Demand The quantity of goods or services consumers are willing to buy in a market at a given price, over a period of time.
Notional demand The aggregate quantity of goods and services that are demanded, when markets are in equilibrium.
Effective demand The intention to consume is converted into a purchase of goods or services.
Supply The quantity of goods and services, producers or firms are willing to sell, at a given price.
Determinant of demand The factors that affect demand.
Determinant of supply The factors that affect supply.
Demand curve Demand in relation to price and quantity.
Demand schedule The quantity demanded at every price.
Supply curve Supply in relation to price and quantity.
Supply schedule The quantity supplied at every price.
Ceteris paribus Literally translated ‘All other things being equal’. When all other factors that may affect demand are assumed constant.
Equilibrium (market clearing) A situation where there is a state of balance, and so no tendency for change.
Equilibrium price The price which leaves neither unsold products, nor unsatisfied demand. Demand is equal to supply.
Equilibrium quantity The quantity which leaves neither unsold products, nor unsatisfied demand. Demand = Supply.
Glut (excess supply) Supply exceeds demand, at a given price. Supply > Demand.
Shortage (excess demand) Demand exceeds supply, at a given price. Demand > Supply.
Normal good A product for which an increase in income, leads to an increase in demand for that item. (+ YED value)
Inferior good A product for which an increase in income, leads to a decrease in demand for that item. (- YED value)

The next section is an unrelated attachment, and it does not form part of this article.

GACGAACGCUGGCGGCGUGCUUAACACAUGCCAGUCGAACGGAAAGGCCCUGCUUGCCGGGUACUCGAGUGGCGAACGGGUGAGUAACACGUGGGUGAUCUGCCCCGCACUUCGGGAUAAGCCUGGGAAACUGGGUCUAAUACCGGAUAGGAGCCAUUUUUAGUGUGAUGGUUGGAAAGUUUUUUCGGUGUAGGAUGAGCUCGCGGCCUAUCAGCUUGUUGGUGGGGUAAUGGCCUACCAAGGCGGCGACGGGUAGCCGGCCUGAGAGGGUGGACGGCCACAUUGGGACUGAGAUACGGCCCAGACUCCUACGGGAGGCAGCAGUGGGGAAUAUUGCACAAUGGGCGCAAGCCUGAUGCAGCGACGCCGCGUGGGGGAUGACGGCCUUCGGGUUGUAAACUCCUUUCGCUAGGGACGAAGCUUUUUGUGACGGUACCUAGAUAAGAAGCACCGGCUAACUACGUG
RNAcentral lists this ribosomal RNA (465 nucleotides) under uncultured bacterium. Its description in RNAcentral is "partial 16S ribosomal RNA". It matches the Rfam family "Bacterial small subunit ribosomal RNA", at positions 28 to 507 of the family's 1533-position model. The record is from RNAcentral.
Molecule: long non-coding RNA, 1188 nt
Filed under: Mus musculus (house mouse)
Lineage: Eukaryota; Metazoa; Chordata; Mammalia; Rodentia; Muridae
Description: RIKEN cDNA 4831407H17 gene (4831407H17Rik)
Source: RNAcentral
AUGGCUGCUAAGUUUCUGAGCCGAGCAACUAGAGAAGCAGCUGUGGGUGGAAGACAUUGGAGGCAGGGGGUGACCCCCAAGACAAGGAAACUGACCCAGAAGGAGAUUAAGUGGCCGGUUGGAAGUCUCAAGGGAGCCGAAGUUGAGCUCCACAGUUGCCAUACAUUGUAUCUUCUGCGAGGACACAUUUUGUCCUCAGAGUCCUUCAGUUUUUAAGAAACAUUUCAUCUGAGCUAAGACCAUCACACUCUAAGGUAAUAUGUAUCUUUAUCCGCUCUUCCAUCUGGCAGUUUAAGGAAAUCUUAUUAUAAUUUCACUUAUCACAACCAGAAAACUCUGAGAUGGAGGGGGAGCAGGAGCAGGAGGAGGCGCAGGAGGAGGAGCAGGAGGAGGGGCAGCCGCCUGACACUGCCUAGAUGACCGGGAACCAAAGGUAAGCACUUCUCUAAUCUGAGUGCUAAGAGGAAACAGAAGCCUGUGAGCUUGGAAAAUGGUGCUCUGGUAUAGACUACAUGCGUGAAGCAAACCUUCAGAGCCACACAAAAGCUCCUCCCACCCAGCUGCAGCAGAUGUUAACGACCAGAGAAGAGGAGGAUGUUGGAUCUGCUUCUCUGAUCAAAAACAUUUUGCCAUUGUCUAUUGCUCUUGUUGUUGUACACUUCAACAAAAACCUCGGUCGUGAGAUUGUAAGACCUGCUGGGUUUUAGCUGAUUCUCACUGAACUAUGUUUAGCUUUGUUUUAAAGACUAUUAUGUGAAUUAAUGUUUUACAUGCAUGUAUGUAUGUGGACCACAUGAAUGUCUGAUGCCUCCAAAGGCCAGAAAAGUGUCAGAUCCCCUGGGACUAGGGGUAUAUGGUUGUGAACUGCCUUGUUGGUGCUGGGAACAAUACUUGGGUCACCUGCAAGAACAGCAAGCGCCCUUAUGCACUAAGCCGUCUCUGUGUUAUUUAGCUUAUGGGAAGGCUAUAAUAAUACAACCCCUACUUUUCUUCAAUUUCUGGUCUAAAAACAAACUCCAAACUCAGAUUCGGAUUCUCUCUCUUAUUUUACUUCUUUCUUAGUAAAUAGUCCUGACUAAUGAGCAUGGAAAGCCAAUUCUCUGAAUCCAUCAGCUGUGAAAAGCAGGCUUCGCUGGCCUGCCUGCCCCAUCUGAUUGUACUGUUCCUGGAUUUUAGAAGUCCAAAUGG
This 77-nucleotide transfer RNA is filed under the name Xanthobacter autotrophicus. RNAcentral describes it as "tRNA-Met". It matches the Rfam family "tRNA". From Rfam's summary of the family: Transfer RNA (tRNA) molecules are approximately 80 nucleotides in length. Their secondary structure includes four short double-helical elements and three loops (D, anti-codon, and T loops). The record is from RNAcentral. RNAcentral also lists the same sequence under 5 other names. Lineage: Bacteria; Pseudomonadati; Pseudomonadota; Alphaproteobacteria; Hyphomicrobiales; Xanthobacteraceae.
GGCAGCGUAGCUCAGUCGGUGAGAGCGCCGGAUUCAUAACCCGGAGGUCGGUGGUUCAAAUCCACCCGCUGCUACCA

Substitute good Alternative products that can be used to satisfy the same given want or need. (+ XED value)
Complementary good Products that consumers use jointly together. (- XED value)
Producer surplus The difference between the market price, and the lowest price consumers are willing to pay.
Consumer surplus The difference between the market price, determined by supply and demand, and the highest price consumers are willing to pay for a good or service.
Subsidy Government financial assistance to producers, to reduce costs of production. A non-price determinant of supply, resulting in increased supply.
Indirect tax Compulsory changes imposed by the government on the sale of goods and services i.e. taxes on spending.
Minimum price Adopted when the government would like to help certain producers secure good profit levels, or consumer adequate income level.
Maximum price Occurs when the government intervenes in a market which is failing to fix the price of a product below the market price.
Elasticity of demand Measures the responsiveness of demand, following a percentage change in any determinant of demand.
Elasticity of supply Measures the responsiveness of supply, following a percentage change in any determinant of supply.
Cross Elasticity of Demand (XED) The responsiveness of demand of good A, following a percentage change in the price of good B. (+) or (–) value.
Income Elasticity of Demand (YED) The responsiveness of demand, following a percentage change in income. (+) or (–) value.
Price Elasticity of Demand (PED) The responsiveness of demand, following a percentage change in price. Always (–) value.
Elastic A change of one variable results in a bigger change of the second.
Inelastic A change of one variable results in a smaller change of the second.